Mumford & Sons at Phoenix Park | Review
Mumford & Sons at Phoenix Park, Dublin on July 14th 2013
And so it arrives; the final instalment of the Phoenix Park summer hat-trick. Folk’s flag-bearers Mumford & Sons headline the bill and with summer at its relative mid-point, the sense of festival is as clear as the boundless blue sky above.
Ireland’s newly adopted Californian summer and acts such as Edward Sharpe and the Magnetic Zeros, Ham Sandwich, Ben Howard and The Vaccines mean that music lovers, beer enthusiasts, and sun worshippers alike can soak up the atmosphere in equal measure.
Shortly beyond nine o’clock, Babel opens proceedings, and it seems we’re entering the prologue to a woody-wondrous musical. Women everywhere, crowned in flowered bands and gowned in floral threads, sing proudly up on shoulders. Little Lion Man follows, sung brilliantly by those in attendance, whereas the band simply smile along to the music.
Winter Winds from début album ‘Sigh No More’ provides elegance and heart, with it’s medieval drum stomp reminding us how simple it is to compel a crowd’s feet to bruise the earth. It’s at this point, when the song reaches its final and diluted calm, that you realise every song previous faced the same fate. The unremarkable breaks between each track are disappointing, moments of complete silence from the stage that kill the momentum and quickly isolate the crowd. Let it be said, however, that the die-hards are in good voice, but an outbreak of socialising takes place in the audience and sadly becomes viral in certain sections. Intuitively, singer Marcus Mumford says “it’s time to dance” and the band, accompanied by impressive strings and brass, erupt into their monster hit I Will Wait. The crowd assist with vigour, like the voice of an army.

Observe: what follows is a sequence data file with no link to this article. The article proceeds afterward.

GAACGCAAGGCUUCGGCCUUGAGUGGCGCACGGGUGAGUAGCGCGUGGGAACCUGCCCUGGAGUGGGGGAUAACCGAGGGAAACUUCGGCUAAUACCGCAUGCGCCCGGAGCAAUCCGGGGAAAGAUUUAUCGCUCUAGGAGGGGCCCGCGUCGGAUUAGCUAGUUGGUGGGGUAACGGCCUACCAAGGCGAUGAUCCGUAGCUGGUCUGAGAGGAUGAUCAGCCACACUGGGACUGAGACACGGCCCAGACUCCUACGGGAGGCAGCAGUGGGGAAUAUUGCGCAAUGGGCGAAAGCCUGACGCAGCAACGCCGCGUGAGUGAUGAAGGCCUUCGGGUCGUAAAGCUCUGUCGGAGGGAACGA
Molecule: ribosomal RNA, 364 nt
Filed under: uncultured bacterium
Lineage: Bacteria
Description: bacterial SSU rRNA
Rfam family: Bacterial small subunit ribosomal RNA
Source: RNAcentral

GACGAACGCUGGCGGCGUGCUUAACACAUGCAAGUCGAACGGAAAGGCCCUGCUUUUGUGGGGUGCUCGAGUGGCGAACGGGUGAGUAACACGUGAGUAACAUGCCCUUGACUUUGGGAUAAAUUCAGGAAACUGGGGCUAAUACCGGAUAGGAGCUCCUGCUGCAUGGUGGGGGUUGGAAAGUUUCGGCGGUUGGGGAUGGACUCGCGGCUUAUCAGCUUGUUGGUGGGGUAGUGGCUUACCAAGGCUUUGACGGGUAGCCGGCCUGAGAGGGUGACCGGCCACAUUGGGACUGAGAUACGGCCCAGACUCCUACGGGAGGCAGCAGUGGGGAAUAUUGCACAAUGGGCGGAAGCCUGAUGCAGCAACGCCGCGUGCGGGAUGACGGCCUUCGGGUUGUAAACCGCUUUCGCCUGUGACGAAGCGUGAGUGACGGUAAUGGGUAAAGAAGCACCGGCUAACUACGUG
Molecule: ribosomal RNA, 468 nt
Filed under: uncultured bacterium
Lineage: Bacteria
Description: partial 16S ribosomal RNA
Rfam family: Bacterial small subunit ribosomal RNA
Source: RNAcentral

And then, again, the fizz the band have managed to bottle goes tasteless and flat. A slow and uneventful mid-section rumbles along like a long school lesson. Dust Bowl Dance provides some kind of hope, with Marcus Mumford seating himself behind the drums and beating them to a shrill pulp. But the night has passed without much event and many in the crowd have chosen to leave early and beat the rush. Perhaps a venue this size doesn’t quite suit the warm, homely sound of folk; in this writer’s opinion, intimate venues are certainly more favourable to this genre.
Mumford & Sons may not have the stadium sound befitting a large park, but they do have good manners by the bucket load and give it good welly; they’re positively endearing chaps. For whatever reason, the spark is misplaced – a belt of The Cave and our very own Galway Girl at least send those that remain behind striding home with a smile and a tan.
Mumford and Sons Photo Gallery
Photos: Owen Humphreys